Gone are the days when consumers can walk into a grocery store to purchase a pint of Ben and Jerry’s as a guilty pleasure and get away with no one knowing about it. Now, the grocery store, Ben and Jerry’s, the credit card company, and probably others know all about your purchase and all about you.
In today’s “information age”, companies are able to utilize data mining techniques to extract all sorts of personal information about consumers, their habits, their preferences, their lifestyles, and purchasing behavior. When used correctly, businesses can use this data to surge ahead of competition by developing better relationships with their consumers and fulfilling wants and needs. By understanding their customers, businesses are able to target advertisements to select segments that are more likely to respond positively, and they can save time and resources that would have otherwise been spend on mediocre mass marketing efforts.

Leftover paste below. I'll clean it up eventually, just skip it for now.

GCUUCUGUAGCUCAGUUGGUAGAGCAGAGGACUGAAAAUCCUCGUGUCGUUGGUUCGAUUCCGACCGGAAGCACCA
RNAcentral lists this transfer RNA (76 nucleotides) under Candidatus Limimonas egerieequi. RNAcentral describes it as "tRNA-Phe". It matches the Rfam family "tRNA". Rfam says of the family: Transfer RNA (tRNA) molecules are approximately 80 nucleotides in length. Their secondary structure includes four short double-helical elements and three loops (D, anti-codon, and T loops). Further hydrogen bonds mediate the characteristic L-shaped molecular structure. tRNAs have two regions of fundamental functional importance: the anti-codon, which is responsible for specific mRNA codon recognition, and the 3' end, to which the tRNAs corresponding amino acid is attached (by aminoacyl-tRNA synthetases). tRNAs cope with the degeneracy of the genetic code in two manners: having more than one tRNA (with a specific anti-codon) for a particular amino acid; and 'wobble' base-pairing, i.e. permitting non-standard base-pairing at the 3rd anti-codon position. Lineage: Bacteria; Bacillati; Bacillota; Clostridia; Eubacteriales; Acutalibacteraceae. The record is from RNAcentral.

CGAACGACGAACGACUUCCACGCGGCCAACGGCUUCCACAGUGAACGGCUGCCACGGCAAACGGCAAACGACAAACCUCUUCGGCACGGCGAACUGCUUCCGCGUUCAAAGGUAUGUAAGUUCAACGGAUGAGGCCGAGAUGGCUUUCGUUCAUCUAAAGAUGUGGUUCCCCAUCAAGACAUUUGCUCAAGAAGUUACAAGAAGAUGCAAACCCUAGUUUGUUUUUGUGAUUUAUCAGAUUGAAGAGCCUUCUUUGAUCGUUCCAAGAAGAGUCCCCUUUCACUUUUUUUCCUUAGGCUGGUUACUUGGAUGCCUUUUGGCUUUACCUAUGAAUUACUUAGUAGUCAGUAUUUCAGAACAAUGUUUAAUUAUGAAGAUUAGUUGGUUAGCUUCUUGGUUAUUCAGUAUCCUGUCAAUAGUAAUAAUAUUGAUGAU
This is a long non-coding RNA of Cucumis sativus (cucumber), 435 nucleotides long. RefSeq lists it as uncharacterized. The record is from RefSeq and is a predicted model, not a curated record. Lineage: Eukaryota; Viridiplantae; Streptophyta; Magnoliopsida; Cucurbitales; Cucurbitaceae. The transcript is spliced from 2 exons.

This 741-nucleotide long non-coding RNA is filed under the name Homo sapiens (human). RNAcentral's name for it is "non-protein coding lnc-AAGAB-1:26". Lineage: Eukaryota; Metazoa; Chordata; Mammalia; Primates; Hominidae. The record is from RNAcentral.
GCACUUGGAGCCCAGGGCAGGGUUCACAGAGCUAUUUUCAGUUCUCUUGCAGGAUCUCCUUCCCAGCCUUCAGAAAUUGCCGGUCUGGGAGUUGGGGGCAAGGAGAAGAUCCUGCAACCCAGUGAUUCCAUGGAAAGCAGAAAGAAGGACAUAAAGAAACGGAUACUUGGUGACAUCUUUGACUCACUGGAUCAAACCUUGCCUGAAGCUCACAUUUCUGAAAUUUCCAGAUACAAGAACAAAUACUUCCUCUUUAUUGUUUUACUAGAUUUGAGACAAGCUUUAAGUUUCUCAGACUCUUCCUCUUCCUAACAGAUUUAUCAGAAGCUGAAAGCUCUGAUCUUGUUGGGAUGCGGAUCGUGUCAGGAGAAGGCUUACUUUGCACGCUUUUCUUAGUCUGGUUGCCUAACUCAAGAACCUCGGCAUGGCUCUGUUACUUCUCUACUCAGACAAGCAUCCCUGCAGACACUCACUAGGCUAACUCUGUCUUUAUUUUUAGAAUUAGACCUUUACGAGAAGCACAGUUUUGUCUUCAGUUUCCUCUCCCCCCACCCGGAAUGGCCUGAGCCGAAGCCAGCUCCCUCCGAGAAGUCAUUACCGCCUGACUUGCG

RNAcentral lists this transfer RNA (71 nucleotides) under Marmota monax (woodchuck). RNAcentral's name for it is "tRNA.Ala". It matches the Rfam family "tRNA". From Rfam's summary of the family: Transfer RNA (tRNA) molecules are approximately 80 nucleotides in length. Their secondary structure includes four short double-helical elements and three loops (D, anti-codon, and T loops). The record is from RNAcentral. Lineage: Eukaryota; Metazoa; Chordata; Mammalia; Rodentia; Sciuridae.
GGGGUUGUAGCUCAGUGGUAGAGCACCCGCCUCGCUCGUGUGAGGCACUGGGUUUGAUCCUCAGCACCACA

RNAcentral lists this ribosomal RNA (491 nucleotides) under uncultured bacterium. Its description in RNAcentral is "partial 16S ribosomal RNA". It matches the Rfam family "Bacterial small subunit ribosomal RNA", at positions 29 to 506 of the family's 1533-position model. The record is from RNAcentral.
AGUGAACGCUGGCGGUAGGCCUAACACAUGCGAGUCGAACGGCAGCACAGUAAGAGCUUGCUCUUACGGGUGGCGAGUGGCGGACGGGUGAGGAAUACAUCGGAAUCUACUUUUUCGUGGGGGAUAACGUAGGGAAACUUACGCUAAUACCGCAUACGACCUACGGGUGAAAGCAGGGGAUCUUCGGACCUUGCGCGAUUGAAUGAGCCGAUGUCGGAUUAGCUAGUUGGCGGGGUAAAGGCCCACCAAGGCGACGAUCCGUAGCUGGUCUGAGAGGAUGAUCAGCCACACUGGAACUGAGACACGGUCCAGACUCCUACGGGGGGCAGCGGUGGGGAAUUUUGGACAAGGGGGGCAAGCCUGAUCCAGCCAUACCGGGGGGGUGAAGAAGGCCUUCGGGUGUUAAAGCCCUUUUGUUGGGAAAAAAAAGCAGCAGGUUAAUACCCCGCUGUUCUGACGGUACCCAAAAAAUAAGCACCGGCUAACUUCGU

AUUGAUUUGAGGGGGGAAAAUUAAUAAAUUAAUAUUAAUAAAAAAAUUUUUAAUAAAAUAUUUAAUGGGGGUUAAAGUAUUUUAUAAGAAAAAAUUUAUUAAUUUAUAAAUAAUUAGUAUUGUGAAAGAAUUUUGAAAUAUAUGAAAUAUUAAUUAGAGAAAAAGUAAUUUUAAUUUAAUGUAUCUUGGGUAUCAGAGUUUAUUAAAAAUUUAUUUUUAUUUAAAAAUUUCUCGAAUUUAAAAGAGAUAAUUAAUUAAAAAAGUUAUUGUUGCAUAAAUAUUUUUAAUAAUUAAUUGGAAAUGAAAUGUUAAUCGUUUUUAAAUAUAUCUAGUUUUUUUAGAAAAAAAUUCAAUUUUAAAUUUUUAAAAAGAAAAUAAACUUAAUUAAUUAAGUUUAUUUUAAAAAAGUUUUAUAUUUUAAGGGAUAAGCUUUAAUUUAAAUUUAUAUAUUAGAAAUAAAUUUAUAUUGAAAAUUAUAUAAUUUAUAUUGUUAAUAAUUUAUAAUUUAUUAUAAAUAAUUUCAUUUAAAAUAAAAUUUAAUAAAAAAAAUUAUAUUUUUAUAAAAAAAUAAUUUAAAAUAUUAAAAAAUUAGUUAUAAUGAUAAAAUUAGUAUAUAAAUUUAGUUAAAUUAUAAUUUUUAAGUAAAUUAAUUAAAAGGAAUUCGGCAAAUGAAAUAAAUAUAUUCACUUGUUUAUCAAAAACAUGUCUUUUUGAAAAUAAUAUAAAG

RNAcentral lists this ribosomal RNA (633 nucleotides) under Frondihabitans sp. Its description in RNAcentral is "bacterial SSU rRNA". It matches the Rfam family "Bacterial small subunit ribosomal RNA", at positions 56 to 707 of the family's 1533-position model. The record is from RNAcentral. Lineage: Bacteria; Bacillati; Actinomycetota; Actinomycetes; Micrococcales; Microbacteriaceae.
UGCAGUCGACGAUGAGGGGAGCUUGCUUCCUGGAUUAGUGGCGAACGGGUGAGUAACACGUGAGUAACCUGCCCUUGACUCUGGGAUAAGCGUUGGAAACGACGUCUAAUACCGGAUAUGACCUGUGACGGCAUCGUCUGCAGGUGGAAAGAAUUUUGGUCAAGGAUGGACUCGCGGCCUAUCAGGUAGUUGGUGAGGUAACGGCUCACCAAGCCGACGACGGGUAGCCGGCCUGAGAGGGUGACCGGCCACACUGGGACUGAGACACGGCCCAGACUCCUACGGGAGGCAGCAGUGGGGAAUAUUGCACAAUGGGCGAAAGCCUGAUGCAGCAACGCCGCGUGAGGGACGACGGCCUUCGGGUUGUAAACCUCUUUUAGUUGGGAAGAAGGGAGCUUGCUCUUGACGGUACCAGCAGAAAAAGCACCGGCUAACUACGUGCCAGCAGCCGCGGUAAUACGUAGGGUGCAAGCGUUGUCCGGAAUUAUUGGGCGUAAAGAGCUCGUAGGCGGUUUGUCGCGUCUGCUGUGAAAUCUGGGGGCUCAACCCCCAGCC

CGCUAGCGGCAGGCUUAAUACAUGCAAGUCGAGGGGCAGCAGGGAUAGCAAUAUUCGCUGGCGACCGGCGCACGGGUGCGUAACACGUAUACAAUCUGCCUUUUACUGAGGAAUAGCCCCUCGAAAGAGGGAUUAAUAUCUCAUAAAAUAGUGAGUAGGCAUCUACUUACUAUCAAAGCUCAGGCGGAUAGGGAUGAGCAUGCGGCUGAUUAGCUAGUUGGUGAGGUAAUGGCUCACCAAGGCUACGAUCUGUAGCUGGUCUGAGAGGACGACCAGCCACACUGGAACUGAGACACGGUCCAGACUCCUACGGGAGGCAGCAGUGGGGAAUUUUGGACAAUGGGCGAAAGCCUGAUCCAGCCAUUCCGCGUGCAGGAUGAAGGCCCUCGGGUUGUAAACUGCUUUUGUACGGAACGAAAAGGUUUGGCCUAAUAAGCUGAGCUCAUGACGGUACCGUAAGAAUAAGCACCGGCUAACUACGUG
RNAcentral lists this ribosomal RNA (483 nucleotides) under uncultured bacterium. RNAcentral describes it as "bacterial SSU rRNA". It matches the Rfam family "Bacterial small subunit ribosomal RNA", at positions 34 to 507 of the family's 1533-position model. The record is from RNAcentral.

To learn more about this subject, first check out this video and then check out my white paper on the power of data mining techniques in the business world.
Snap Style. Affect is a verb. Effect is a noun. Usually, people mean that X affects Y. and that E causes effects. You can recall this with this mnemonic: “TO affect causes effects.” The verb comes first and the alphabetical order of a to e means you know that affect is always the verb.
There is a rarer use of effect as a verb meaning to bring about a change. “The laws are designed to effect less insider trading.”
Affect as a noun can mean emotion. “The sociopath lacked affect regarding his victims.”
9 times out of 10, you mean that something affects another thing leading to effects.
Look, I didn’t invent English.
This ad ran in the Bucknellian two weeks ago.
This ad ran in the Bucknellian, paid for by Geisinger doctors’ group.
Should it have run? Should it be made? Should Geisinger offer this elective surgery?
The Bucknellian also ran an editorial a week later defending itself for printing the ad.
For the record, I know of no faculty interested in “censoring” the Bucknellian.